Somewhere outside the Grands Boulevard,
I can’t remember where,
there stands a line of stone-made sisters
with breasts completely bare
in that style that seemed so french to me,
a tourist in Paris.
Their thin marble arms would live on while all
these beautiful fairy-
waisted french women yield to the years
as their mothers had before;
step by step, and joy by joy and tear
by tear, and chore by chore,
sin by sin, and love by love, their beauty flies
while the sisters, in their line,
still tempt the grandsons of their maker’s eyes
and wash their thoughts with wine.

But I looked again and saw an iron belt
around each carven hip.
A bolt beneath the navel seeming svelte
was placed to stop a slip;
the long assault of gravity and rain
will break the naked stone
as winds and passersby erode their reign.
Time will have them overthrown.

The barren rock beneath His heavy thresh,
incapable of birth,
is no more immortal than the sons of flesh
and daughters of the earth.

For though it is man whose body feeds the worm,
not monuments of granite,
he may in age to come replant his germ
and outlive his cradle planet.
So man’s bright genius may become ever
renewing as the morn
of some adopted star and by endeavor
find again some newborn
galaxy to people with his fairest youth,
to preserve himself beyond the grave,
to resist and to reject the ugly truth:
we are Time’s favorite slave.

None of this will survive a universe
in ruins, extinguished
in the heat-death of Apollo’s dying curse,
all men undistinguished
from the chaotic infinities of dust,
their atoms spread throughout
the countless waste of sculpture, star, and rust.
The sculpted sisters will doubt
any meaning cast on their bleak destiny
but we souled creatures are
drawn restlessly toward some eternity;
it matters not how far.

* One will note that I’ve drawn two phrases, including the title of this poem, from Bertrand Russell’s public domain work, “A Free Man’s Worship.” One particularly relevant paragraph reads:

“That Man is the product of causes which had no prevision of the end they were achieving; that his origin, his growth, his hopes and fears, his loves and his beliefs, are but the outcome of accidental collocations of atoms; that no fire, no heroism, no intensity of thought and feeling, can preserve an individual life beyond the grave; that all the labours of the ages, all the devotion, all the inspiration, all the noonday brightness of human genius, are destined to extinction in the vast death of the solar system, and that the whole temple of Man’s achievement must inevitably be buried beneath the debris of a universe in ruins–all these things, if not quite beyond dispute, are yet so nearly certain, that no philosophy which rejects them can hope to stand. Only within the scaffolding of these truths, only on the firm foundation of unyielding despair, can the soul’s habitation henceforth be safely built.”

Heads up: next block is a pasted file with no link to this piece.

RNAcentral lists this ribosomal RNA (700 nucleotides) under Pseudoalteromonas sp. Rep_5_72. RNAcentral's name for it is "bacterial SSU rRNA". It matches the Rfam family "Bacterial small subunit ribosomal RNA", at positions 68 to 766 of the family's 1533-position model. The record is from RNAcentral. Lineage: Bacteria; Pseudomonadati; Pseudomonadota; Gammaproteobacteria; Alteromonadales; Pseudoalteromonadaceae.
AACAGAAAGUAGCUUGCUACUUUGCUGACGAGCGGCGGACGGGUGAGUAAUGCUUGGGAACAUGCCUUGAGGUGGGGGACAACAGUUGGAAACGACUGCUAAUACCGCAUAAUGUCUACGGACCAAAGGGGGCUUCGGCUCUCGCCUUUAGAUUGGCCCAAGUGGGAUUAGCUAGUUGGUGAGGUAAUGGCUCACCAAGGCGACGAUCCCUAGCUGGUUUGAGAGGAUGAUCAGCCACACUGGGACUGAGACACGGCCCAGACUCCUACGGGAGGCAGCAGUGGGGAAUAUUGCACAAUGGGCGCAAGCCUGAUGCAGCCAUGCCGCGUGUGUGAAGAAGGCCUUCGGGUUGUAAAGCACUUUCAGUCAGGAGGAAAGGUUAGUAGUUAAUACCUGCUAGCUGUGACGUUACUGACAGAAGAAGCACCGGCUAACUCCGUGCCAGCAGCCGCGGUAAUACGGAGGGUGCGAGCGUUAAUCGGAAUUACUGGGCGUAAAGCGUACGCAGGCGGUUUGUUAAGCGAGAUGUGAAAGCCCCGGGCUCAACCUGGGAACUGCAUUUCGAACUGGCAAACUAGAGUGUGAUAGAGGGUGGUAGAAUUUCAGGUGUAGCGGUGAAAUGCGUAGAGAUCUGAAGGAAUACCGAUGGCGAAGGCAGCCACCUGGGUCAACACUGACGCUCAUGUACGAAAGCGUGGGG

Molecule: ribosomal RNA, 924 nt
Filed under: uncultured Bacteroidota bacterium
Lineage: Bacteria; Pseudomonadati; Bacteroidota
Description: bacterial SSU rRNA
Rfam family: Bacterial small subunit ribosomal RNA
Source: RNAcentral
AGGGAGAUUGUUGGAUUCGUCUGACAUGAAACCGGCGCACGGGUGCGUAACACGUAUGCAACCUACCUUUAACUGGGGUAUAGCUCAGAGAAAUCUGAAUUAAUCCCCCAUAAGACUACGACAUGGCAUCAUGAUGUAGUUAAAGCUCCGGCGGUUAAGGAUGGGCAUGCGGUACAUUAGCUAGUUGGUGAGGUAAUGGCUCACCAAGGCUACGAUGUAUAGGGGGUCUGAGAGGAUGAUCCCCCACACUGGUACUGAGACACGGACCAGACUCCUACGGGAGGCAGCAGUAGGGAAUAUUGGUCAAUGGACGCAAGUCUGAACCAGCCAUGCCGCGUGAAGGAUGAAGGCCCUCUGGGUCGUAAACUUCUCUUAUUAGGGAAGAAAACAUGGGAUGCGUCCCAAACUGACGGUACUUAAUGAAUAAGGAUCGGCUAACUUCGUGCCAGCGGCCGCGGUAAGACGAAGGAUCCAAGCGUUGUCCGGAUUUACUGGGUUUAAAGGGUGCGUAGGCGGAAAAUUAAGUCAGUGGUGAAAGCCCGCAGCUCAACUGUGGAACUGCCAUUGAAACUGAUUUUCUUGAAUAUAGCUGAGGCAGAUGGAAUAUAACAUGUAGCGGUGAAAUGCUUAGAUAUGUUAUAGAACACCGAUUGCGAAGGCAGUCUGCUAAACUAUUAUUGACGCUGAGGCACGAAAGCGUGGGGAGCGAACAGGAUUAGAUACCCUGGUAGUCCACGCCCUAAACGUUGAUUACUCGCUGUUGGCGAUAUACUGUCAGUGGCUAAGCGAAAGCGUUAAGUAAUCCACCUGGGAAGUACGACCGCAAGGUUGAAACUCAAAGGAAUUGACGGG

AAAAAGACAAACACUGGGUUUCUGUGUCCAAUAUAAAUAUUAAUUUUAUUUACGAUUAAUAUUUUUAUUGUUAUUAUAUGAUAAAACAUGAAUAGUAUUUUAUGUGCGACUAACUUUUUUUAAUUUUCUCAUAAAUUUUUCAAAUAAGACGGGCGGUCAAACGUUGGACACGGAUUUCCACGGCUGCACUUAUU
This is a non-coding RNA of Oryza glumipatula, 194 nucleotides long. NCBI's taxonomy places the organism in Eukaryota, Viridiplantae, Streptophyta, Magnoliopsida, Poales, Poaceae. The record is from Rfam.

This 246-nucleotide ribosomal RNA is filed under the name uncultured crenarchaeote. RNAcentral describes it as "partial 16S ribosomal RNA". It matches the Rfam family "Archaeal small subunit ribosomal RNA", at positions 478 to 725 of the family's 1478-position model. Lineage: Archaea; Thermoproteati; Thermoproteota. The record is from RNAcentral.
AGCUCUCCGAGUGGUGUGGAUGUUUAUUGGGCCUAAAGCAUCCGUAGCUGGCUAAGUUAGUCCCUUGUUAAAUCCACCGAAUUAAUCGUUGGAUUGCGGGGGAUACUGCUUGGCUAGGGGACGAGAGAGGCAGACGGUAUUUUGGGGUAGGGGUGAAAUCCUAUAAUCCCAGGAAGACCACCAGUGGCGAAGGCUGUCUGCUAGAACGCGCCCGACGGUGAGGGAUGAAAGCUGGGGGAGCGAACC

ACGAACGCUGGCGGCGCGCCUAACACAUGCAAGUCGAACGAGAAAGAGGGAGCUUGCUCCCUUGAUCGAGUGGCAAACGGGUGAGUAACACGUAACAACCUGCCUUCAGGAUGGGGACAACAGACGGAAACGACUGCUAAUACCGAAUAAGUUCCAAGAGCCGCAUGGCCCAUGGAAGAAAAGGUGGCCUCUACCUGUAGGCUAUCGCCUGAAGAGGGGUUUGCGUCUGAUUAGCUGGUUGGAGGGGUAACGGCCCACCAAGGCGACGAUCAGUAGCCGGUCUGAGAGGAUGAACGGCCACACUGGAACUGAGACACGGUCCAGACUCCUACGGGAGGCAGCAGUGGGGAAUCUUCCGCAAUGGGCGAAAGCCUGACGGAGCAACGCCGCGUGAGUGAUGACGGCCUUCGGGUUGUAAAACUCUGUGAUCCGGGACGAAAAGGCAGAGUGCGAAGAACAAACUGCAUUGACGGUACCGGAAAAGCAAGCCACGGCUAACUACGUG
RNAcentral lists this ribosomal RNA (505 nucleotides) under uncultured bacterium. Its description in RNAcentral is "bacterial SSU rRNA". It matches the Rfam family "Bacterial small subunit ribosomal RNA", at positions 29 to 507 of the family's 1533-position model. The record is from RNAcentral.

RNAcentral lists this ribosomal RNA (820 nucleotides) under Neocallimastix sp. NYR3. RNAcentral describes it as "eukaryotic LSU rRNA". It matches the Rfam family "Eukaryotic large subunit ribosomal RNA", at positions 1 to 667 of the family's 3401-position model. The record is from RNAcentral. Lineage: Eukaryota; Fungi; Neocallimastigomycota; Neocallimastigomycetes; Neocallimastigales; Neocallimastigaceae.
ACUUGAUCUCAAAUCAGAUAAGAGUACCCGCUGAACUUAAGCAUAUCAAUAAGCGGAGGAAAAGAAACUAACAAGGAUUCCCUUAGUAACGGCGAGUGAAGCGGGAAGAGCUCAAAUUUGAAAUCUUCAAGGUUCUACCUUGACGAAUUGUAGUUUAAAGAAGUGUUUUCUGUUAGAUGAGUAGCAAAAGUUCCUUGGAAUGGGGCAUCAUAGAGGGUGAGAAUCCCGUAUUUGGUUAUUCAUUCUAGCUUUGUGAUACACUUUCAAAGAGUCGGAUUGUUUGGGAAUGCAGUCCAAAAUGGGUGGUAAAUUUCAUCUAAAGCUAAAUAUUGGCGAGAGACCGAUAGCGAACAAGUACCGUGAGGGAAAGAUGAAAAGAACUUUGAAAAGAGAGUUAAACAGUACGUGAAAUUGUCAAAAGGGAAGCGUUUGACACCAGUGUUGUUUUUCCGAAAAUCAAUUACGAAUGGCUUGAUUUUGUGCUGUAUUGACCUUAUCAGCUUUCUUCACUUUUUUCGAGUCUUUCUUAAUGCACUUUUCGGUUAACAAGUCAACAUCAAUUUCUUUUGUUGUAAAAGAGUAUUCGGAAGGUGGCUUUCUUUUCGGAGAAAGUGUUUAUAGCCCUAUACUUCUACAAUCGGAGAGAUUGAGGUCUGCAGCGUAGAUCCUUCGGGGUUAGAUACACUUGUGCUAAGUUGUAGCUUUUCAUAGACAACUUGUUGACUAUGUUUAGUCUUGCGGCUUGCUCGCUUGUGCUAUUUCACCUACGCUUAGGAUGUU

I often think about this essay of his and it always produced in me the same feeling that I experienced upon looking at the nameless line of statues that I refer to in the poem. While I deeply respect Russell for his intellectual honesty, I’ve never found his worldview satisfying, and it is precisely that unsatisfied hunger that I’m trying to discuss in this poem. Despite the “debris of a universe in ruins,” I believe there is something inside of us that rejects that this world is without meaning; I do not believe this rejection is accidental.